I wanted to separate data from programs,
because data and instructions are very different. Ken Thompson
Bell Labs worked with MIT and GE on Project MAC, Project on Maths and Computation, and in 1965 co-developed MULTICS, the multiplexed information and computing service. But Bell concluded that the MULTICS project had grown too complex, diverted into artificial intelligence. Bell adopted GE’s operating system GECOS for itsl use.
Ken Thompson, Dennis Ritchie, Brian Kernighan, M D McIlroy, and J F Ossanna were among the last of the Bell team to work on MULTICS and were unimpressed by GECOS. They decided to design their own OS, retaining the multi-user environment that MULTICS had created.
1969 Working on the PDP-7, Thompson and Ritchie created an OS with a multi-tasking yet single-user approach. It had hierarchical files, utility files, device files – all operating via a command-line interpreter. This was intended to be a developer’s tool. Peter Neumann named it the UNICS, Uniplexed Information and Computing System; when this operating system became multi-user it was renamed UNIX.
UNIX expressed the main items of an OS in a kernel of just 11,000 lines of code in assembly language. This kernel drove a whole series of utilities; twenty years on Windows NT 3.1 had over 5m lines!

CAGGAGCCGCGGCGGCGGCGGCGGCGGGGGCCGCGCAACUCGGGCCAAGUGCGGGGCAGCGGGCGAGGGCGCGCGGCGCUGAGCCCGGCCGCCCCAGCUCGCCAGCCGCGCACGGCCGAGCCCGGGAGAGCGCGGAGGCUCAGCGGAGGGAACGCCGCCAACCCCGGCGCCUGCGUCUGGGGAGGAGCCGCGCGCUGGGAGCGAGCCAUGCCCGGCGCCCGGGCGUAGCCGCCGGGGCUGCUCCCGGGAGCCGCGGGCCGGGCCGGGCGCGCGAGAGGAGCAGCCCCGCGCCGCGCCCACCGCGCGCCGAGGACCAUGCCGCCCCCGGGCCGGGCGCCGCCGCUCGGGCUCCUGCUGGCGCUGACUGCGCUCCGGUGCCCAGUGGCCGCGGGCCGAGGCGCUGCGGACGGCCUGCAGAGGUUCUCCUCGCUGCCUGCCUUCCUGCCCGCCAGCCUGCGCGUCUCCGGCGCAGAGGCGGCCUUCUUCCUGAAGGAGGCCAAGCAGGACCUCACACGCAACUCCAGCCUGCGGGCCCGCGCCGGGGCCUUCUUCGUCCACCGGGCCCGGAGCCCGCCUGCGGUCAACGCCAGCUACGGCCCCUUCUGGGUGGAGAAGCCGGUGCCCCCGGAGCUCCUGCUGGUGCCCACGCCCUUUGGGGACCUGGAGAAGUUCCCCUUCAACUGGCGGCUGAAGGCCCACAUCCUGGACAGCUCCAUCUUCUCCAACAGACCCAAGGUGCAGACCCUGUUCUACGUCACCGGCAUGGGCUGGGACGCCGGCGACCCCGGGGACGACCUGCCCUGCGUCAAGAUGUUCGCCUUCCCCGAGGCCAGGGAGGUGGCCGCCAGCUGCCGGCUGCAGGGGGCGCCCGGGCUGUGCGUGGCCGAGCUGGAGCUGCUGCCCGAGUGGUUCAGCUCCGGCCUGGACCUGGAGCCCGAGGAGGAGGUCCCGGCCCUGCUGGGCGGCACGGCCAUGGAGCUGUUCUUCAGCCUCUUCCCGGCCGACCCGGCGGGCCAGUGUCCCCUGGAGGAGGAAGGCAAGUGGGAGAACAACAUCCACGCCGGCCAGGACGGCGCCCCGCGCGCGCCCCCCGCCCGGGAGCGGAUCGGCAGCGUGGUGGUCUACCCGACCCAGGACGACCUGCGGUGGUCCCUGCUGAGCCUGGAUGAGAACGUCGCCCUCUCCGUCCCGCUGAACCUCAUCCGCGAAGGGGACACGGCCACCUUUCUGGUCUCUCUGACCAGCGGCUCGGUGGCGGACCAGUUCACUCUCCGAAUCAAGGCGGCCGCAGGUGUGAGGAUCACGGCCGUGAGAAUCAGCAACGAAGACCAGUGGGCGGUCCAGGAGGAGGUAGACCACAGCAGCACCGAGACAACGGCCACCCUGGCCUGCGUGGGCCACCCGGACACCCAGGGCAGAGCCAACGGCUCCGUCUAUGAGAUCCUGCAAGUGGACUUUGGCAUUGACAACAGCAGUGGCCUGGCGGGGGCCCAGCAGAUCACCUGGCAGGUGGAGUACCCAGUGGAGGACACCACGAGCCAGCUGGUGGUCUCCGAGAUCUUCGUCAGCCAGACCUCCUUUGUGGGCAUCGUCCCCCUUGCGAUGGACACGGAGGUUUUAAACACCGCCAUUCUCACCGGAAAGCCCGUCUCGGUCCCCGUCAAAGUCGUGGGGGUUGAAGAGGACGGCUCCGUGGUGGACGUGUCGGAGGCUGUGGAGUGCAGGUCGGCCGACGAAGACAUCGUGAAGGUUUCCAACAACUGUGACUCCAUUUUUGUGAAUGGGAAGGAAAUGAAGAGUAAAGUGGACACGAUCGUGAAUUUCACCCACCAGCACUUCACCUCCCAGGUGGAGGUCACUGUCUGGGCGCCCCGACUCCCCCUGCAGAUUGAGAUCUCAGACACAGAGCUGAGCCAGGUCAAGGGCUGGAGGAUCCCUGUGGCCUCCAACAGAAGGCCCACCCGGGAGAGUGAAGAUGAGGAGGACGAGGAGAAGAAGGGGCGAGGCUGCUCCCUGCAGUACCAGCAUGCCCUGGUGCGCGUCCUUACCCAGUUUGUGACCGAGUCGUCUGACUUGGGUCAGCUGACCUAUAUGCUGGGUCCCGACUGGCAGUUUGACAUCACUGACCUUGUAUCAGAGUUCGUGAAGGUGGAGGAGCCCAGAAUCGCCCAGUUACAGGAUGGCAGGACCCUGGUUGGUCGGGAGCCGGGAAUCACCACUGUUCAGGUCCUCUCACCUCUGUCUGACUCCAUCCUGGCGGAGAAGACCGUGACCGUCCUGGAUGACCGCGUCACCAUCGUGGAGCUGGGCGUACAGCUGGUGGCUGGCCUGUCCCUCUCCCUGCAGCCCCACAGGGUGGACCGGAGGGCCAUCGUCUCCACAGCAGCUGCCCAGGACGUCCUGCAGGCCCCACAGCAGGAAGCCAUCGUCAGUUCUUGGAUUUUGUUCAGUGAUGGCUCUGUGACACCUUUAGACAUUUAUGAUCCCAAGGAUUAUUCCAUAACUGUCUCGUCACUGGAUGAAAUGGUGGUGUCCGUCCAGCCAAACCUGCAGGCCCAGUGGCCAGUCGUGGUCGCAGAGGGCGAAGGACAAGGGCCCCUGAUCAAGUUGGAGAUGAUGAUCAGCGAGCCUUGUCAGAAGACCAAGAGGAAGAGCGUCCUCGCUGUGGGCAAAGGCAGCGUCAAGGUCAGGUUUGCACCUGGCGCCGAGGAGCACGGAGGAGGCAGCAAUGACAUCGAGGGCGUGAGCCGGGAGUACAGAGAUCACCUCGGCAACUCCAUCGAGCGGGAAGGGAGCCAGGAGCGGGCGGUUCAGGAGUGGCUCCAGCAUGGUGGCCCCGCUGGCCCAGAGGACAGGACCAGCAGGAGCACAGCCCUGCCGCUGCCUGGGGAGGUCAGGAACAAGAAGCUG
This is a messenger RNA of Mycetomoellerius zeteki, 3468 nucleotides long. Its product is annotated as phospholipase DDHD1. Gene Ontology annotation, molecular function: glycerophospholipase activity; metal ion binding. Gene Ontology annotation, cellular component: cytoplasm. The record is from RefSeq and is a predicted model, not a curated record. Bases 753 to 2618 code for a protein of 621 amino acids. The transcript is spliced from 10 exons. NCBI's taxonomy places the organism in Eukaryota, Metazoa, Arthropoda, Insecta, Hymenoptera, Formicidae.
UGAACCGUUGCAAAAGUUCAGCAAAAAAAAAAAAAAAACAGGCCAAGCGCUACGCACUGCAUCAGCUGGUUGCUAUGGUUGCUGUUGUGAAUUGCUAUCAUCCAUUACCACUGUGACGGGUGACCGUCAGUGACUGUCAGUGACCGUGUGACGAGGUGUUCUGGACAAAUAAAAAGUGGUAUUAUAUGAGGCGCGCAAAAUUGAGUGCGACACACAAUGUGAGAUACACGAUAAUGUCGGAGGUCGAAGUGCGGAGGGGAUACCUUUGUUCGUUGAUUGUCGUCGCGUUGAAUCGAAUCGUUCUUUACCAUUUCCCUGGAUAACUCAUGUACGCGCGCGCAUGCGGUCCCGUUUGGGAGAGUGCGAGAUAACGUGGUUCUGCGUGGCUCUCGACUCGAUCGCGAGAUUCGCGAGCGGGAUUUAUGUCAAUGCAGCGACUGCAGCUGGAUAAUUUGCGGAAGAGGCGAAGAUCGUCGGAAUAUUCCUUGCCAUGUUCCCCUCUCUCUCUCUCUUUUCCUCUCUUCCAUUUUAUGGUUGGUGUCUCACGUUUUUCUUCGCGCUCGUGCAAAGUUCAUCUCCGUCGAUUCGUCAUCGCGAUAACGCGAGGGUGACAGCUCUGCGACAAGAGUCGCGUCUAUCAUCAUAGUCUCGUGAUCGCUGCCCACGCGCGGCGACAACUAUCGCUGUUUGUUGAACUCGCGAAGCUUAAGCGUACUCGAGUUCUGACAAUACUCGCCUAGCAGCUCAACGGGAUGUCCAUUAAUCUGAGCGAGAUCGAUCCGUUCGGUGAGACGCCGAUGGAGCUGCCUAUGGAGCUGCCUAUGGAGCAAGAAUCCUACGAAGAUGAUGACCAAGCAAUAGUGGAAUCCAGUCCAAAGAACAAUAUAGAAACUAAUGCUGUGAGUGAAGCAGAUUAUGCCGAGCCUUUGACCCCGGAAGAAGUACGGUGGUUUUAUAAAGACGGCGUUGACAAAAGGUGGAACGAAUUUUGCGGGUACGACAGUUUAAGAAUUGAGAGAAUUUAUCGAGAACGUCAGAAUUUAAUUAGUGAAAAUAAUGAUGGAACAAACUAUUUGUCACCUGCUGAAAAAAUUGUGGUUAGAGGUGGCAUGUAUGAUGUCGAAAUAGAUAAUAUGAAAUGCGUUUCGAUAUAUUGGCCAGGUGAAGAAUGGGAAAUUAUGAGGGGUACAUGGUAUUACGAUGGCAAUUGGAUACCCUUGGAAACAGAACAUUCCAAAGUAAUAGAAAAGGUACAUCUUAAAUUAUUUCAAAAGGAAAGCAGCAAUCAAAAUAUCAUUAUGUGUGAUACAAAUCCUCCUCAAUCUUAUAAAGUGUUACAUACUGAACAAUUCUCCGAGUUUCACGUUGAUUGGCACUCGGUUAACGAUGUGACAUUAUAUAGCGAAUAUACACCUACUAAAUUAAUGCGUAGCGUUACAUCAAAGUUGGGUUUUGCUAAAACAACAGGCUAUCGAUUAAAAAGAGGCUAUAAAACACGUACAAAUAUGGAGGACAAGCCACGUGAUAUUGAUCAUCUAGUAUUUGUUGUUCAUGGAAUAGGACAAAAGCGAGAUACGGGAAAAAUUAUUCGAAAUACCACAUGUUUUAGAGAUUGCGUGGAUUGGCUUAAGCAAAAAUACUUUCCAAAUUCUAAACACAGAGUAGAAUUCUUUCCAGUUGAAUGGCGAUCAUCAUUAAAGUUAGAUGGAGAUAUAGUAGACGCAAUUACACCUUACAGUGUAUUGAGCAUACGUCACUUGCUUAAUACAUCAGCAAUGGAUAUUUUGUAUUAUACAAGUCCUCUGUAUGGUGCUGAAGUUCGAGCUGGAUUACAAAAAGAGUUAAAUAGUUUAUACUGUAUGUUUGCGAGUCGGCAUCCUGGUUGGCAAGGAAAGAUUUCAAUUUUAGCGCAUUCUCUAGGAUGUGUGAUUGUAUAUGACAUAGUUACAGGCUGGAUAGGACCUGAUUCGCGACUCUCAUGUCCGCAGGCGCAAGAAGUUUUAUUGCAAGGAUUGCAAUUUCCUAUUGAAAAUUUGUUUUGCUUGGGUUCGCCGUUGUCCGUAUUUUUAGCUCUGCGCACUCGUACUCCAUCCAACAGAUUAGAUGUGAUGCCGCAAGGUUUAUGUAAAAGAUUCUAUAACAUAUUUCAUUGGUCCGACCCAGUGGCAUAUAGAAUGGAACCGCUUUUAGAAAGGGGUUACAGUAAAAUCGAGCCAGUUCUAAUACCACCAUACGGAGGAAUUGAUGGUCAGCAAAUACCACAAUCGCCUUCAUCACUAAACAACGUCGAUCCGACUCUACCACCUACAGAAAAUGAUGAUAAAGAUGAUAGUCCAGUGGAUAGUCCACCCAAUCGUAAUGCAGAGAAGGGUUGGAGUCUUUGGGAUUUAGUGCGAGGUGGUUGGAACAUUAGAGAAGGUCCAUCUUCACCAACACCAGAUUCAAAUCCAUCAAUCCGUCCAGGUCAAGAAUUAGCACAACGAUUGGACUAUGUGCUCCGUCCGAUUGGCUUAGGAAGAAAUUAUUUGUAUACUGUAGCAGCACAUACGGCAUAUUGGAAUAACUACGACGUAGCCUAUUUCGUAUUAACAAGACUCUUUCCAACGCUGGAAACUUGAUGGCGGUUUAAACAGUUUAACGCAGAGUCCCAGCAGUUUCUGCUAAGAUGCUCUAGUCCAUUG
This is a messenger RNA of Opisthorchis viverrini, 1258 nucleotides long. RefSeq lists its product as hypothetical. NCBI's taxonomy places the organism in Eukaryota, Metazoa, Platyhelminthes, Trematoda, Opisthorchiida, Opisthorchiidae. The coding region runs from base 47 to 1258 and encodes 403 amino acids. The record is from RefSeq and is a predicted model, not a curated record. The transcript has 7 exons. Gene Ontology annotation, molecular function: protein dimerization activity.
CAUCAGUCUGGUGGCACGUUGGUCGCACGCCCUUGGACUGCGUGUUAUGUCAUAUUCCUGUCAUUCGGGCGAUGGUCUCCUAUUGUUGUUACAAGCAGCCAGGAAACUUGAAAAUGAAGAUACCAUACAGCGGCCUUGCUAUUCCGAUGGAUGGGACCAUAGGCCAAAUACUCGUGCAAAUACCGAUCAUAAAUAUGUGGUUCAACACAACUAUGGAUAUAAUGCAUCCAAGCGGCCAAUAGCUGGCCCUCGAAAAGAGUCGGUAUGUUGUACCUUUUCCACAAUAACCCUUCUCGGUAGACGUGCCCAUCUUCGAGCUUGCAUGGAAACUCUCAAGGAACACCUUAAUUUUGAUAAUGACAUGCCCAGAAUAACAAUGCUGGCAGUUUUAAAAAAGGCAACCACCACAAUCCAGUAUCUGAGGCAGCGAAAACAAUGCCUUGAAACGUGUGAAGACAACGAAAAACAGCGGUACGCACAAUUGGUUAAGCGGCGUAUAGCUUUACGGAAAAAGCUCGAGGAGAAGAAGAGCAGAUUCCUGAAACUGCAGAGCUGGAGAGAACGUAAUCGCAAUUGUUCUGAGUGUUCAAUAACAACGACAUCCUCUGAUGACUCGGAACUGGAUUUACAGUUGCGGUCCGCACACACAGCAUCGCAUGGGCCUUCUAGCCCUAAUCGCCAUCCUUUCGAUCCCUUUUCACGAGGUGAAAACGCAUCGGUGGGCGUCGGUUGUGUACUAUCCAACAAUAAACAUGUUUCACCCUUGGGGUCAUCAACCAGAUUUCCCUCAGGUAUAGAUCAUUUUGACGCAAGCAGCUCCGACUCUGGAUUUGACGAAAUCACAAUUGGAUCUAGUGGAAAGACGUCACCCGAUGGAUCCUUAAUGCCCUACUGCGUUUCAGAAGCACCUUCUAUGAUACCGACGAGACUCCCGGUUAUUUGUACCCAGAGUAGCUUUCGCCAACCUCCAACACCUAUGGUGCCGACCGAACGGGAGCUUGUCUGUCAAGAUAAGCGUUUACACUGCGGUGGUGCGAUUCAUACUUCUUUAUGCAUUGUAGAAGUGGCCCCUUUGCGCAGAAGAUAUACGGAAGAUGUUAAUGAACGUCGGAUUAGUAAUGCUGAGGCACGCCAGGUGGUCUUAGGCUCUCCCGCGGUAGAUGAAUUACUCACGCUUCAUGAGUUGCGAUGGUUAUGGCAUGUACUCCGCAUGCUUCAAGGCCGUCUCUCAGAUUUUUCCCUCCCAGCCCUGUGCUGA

A 1958 consent decree forbade AT&T from entering the computer business; it licensed UNIX to universities and commercial operators.
C Programming language also emerged from work on UNIX at Bell Labs. It was named C simply because it followed on from a version B! In 1978 Brian Kernighan and Dennis Ritchie published a book to define C. The language became so useful that in 1972/3 UNIX was rewritten in the C programming language; 10,000 of the lines of code were changed into the high-level language rather than machine code. This made it portable, requiring little work to port it from platform to platform. It soon became the preferred OS for work stations, servers and mobile devices.
1974 Bob Fabry at UCB acquired ARPA funding to improve UNIX. He created the Computer Systems Research Group and from 1977 released versions of Berkeley UNIX or BSD. Berkeley Software Distribution was preferred by educational users; Bill Joy used it to develop Sun OS.
1983 AT&T’s antitrust case was resolved and the Bell organisation broken up. AT&T launched UNIX System V as a commercial product. This almost killed the OS, though System V spawned Microsoft Xenix and SCO UNIX.
A number of initiatives sought to ensure UNIX was open software. In 1982 Richard Stallman launched the GNU Project and eight years later Open Software Foundation released OSF/1, a UNIX version based on Mach and BSD.
1991 A group of UCB developers founded Berkeley Software Design Inc to create UNIX for the Intel platform.
This was the same year that Linus Torvalds was moved to develop the Linux version.
AT&T sold on its UNIX rights to Novell who unsuccessfully tried to combat Microsoft Windows NT with UnixWare. The rights were subsequently passed on to the X/Open Consortium.
2005 Based on UNIX System V, Sun’s Solaris software was released as open source. So now UNIX in most of its forms was securely open source software. Today the Open Group, an industry standards operation, officially owns the UNIX trademark.